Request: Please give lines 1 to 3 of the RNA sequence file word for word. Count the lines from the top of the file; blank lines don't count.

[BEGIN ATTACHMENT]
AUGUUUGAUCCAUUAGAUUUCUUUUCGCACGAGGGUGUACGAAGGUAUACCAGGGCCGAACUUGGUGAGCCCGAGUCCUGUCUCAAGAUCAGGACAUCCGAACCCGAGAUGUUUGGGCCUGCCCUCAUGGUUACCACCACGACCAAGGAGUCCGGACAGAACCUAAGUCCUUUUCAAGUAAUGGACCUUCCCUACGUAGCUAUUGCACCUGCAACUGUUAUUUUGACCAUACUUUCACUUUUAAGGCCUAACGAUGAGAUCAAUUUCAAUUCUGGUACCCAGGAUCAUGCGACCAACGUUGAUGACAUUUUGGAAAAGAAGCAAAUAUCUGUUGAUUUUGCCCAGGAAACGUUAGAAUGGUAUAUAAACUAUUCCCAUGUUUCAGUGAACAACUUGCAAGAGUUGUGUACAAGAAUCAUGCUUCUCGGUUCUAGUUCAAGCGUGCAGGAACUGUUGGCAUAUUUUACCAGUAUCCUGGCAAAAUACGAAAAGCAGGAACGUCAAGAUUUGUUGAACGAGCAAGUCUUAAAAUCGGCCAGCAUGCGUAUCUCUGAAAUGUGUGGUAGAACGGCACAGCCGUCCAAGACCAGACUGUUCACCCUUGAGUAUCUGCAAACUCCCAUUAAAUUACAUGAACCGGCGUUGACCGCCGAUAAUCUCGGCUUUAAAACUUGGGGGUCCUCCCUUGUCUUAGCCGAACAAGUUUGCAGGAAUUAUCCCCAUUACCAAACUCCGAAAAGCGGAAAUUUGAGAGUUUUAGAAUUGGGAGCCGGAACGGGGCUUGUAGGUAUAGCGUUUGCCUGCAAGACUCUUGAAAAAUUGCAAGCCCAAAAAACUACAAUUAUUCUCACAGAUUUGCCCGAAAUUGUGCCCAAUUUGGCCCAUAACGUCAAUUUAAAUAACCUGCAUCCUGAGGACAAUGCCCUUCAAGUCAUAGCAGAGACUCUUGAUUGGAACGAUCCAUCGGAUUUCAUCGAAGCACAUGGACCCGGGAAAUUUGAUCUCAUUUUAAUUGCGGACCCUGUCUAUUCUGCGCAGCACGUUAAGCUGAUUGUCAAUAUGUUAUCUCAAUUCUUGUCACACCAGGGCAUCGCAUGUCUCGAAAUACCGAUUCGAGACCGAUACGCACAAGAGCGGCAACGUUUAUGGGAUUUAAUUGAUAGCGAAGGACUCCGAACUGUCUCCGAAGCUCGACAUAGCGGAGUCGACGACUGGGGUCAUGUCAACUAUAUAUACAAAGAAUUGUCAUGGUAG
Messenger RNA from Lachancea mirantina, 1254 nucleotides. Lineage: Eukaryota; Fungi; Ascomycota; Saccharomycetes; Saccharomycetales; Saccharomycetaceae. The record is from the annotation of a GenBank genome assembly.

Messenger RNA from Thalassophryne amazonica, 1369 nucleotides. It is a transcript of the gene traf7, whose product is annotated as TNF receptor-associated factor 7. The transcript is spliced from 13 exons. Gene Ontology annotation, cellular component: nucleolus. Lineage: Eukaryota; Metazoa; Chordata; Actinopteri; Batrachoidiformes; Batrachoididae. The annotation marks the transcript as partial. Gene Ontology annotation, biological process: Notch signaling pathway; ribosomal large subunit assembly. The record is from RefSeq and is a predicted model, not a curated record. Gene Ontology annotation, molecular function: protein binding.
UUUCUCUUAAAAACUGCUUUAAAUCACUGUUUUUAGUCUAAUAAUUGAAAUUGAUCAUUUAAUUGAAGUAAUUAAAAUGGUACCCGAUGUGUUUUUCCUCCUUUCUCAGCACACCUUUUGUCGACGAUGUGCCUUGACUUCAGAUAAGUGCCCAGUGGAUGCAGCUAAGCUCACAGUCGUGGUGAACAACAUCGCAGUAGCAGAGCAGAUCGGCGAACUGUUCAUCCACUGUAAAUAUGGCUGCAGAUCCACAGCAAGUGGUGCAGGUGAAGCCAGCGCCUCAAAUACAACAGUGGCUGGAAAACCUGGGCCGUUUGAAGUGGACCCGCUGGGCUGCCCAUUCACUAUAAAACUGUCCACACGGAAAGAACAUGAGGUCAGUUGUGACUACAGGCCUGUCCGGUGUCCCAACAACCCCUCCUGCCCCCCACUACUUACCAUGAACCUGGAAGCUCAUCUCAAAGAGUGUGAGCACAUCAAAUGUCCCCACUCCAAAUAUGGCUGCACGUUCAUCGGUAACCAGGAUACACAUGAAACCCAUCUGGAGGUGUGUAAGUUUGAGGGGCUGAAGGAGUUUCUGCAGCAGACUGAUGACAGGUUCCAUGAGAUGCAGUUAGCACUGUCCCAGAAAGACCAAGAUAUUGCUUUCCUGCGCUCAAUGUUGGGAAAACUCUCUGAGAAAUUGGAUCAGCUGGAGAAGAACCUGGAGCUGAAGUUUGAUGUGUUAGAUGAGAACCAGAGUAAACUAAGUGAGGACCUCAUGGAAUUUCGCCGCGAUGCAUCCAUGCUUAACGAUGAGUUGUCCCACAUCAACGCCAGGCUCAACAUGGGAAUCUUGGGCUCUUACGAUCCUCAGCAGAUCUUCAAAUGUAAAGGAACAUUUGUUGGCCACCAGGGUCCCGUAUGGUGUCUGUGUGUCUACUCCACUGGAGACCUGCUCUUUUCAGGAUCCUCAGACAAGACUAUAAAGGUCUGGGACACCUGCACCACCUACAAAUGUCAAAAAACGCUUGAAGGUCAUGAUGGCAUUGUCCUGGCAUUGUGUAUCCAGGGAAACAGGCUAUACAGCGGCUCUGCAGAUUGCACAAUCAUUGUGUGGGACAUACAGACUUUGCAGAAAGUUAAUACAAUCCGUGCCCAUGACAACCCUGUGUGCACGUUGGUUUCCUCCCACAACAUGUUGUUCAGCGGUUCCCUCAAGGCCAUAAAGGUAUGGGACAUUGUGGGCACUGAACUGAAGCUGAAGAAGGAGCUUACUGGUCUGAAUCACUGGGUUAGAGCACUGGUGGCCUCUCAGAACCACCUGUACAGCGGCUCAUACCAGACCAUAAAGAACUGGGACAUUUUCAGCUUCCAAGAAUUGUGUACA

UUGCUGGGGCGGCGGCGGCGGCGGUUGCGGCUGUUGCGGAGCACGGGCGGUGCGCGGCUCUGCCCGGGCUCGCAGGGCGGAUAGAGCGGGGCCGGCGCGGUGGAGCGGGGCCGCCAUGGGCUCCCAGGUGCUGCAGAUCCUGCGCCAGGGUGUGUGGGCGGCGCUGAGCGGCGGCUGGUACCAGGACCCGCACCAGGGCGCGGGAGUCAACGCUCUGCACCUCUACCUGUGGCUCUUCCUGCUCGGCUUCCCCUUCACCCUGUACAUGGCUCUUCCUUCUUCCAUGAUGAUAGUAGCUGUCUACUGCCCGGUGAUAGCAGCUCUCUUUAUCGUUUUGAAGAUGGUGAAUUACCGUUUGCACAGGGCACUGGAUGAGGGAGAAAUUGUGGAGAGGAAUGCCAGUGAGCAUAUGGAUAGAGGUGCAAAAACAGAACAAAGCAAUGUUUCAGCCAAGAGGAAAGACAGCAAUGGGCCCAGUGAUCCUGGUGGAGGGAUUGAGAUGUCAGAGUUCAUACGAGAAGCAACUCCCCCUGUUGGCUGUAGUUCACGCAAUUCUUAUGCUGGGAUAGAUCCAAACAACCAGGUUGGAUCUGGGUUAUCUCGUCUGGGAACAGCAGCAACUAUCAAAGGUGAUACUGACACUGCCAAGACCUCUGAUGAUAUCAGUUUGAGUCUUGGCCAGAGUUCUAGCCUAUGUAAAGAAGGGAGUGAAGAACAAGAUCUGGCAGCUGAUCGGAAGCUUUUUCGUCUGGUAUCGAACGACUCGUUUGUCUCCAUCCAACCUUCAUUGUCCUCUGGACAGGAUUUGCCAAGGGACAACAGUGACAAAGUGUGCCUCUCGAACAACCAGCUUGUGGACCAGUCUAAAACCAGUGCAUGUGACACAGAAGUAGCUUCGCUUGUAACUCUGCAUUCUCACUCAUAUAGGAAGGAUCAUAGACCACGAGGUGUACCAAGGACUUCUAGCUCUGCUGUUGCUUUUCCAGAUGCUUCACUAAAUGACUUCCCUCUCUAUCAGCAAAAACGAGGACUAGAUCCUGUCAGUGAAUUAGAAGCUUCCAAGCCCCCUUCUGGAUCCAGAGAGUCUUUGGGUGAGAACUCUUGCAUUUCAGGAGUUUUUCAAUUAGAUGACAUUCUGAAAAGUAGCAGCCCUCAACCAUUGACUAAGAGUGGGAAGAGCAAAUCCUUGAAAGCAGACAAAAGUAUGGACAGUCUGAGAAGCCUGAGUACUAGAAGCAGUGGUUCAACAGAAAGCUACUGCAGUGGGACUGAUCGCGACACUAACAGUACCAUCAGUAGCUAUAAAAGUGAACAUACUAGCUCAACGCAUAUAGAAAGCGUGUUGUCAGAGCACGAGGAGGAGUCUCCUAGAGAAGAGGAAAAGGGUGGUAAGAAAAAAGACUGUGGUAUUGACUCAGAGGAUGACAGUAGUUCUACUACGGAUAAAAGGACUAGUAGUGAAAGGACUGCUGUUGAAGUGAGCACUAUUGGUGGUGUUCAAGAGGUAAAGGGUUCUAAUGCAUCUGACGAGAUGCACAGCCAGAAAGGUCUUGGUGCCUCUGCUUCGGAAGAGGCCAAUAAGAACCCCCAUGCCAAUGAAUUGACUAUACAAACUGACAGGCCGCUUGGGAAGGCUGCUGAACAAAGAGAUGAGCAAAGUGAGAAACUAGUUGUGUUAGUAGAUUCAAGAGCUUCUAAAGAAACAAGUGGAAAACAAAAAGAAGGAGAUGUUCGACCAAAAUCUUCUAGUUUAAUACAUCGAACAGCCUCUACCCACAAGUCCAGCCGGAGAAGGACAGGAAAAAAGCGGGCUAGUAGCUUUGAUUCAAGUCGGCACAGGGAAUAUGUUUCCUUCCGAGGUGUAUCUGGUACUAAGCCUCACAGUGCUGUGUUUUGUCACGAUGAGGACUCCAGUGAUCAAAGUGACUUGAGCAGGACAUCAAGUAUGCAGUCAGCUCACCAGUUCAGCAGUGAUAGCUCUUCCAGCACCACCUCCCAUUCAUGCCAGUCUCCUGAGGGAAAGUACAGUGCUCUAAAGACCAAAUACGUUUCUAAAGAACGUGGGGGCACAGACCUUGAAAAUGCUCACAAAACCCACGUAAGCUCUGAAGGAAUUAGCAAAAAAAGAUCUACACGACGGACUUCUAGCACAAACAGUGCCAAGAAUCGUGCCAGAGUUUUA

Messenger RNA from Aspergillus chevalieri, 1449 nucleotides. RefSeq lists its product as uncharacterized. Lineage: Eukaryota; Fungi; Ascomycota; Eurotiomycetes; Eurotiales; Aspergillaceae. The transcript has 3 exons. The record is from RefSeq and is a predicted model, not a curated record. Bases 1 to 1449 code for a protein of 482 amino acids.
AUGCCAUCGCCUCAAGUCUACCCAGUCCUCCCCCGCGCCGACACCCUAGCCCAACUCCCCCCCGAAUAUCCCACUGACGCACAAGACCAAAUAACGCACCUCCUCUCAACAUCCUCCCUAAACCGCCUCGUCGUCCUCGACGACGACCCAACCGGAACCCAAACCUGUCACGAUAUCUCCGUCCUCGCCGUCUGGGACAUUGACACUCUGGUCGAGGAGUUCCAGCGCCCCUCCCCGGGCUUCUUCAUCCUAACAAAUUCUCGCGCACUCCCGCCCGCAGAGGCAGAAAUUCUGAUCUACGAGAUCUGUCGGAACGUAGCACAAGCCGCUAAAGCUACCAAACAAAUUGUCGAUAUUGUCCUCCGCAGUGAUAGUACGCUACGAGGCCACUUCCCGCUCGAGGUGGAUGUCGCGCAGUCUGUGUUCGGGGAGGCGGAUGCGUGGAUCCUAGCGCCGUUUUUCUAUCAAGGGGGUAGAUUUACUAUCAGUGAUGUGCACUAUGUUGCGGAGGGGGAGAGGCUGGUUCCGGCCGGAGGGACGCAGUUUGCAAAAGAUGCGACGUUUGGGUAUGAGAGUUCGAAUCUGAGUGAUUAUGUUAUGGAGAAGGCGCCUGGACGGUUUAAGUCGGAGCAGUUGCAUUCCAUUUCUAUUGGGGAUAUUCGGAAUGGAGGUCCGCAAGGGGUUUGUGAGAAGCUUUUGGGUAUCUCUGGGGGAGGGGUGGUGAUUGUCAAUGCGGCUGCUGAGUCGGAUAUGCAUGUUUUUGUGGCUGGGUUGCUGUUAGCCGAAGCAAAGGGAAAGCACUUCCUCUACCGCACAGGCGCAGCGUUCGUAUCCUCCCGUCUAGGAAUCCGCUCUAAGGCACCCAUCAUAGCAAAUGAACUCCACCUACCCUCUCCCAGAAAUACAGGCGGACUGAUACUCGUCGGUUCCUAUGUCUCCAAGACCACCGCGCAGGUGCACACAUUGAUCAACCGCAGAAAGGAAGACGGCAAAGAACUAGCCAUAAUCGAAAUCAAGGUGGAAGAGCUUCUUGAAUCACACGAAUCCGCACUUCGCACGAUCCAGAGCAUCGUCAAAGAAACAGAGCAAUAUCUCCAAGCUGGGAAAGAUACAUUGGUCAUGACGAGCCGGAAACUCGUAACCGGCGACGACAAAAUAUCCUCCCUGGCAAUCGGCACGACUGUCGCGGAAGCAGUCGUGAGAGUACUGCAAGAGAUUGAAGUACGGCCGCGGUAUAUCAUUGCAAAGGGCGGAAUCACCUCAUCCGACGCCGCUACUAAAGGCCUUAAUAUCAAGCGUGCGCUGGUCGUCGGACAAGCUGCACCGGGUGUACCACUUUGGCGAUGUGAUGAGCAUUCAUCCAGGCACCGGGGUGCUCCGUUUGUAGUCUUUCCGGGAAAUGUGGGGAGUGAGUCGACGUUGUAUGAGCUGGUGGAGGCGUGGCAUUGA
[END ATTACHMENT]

AUGUUUGAUCCAUUAGAUUUCUUUUCGCACGAGGGUGUACGAAGGUAUACCAGGGCCGAACUUGGUGAGCCCGAGUCCUGUCUCAAGAUCAGGACAUCCGAACCCGAGAUGUUUGGGCCUGCCCUCAUGGUUACCACCACGACCAAGGAGUCCGGACAGAACCUAAGUCCUUUUCAAGUAAUGGACCUUCCCUACGUAGCUAUUGCACCUGCAACUGUUAUUUUGACCAUACUUUCACUUUUAAGGCCUAACGAUGAGAUCAAUUUCAAUUCUGGUACCCAGGAUCAUGCGACCAACGUUGAUGACAUUUUGGAAAAGAAGCAAAUAUCUGUUGAUUUUGCCCAGGAAACGUUAGAAUGGUAUAUAAACUAUUCCCAUGUUUCAGUGAACAACUUGCAAGAGUUGUGUACAAGAAUCAUGCUUCUCGGUUCUAGUUCAAGCGUGCAGGAACUGUUGGCAUAUUUUACCAGUAUCCUGGCAAAAUACGAAAAGCAGGAACGUCAAGAUUUGUUGAACGAGCAAGUCUUAAAAUCGGCCAGCAUGCGUAUCUCUGAAAUGUGUGGUAGAACGGCACAGCCGUCCAAGACCAGACUGUUCACCCUUGAGUAUCUGCAAACUCCCAUUAAAUUACAUGAACCGGCGUUGACCGCCGAUAAUCUCGGCUUUAAAACUUGGGGGUCCUCCCUUGUCUUAGCCGAACAAGUUUGCAGGAAUUAUCCCCAUUACCAAACUCCGAAAAGCGGAAAUUUGAGAGUUUUAGAAUUGGGAGCCGGAACGGGGCUUGUAGGUAUAGCGUUUGCCUGCAAGACUCUUGAAAAAUUGCAAGCCCAAAAAACUACAAUUAUUCUCACAGAUUUGCCCGAAAUUGUGCCCAAUUUGGCCCAUAACGUCAAUUUAAAUAACCUGCAUCCUGAGGACAAUGCCCUUCAAGUCAUAGCAGAGACUCUUGAUUGGAACGAUCCAUCGGAUUUCAUCGAAGCACAUGGACCCGGGAAAUUUGAUCUCAUUUUAAUUGCGGACCCUGUCUAUUCUGCGCAGCACGUUAAGCUGAUUGUCAAUAUGUUAUCUCAAUUCUUGUCACACCAGGGCAUCGCAUGUCUCGAAAUACCGAUUCGAGACCGAUACGCACAAGAGCGGCAACGUUUAUGGGAUUUAAUUGAUAGCGAAGGACUCCGAACUGUCUCCGAAGCUCGACAUAGCGGAGUCGACGACUGGGGUCAUGUCAACUAUAUAUACAAAGAAUUGUCAUGGUAG
Messenger RNA from Lachancea mirantina, 1254 nucleotides. Lineage: Eukaryota; Fungi; Ascomycota; Saccharomycetes; Saccharomycetales; Saccharomycetaceae. The record is from the annotation of a GenBank genome assembly.

Messenger RNA from Thalassophryne amazonica, 1369 nucleotides. It is a transcript of the gene traf7, whose product is annotated as TNF receptor-associated factor 7. The transcript is spliced from 13 exons. Gene Ontology annotation, cellular component: nucleolus. Lineage: Eukaryota; Metazoa; Chordata; Actinopteri; Batrachoidiformes; Batrachoididae. The annotation marks the transcript as partial. Gene Ontology annotation, biological process: Notch signaling pathway; ribosomal large subunit assembly. The record is from RefSeq and is a predicted model, not a curated record. Gene Ontology annotation, molecular function: protein binding.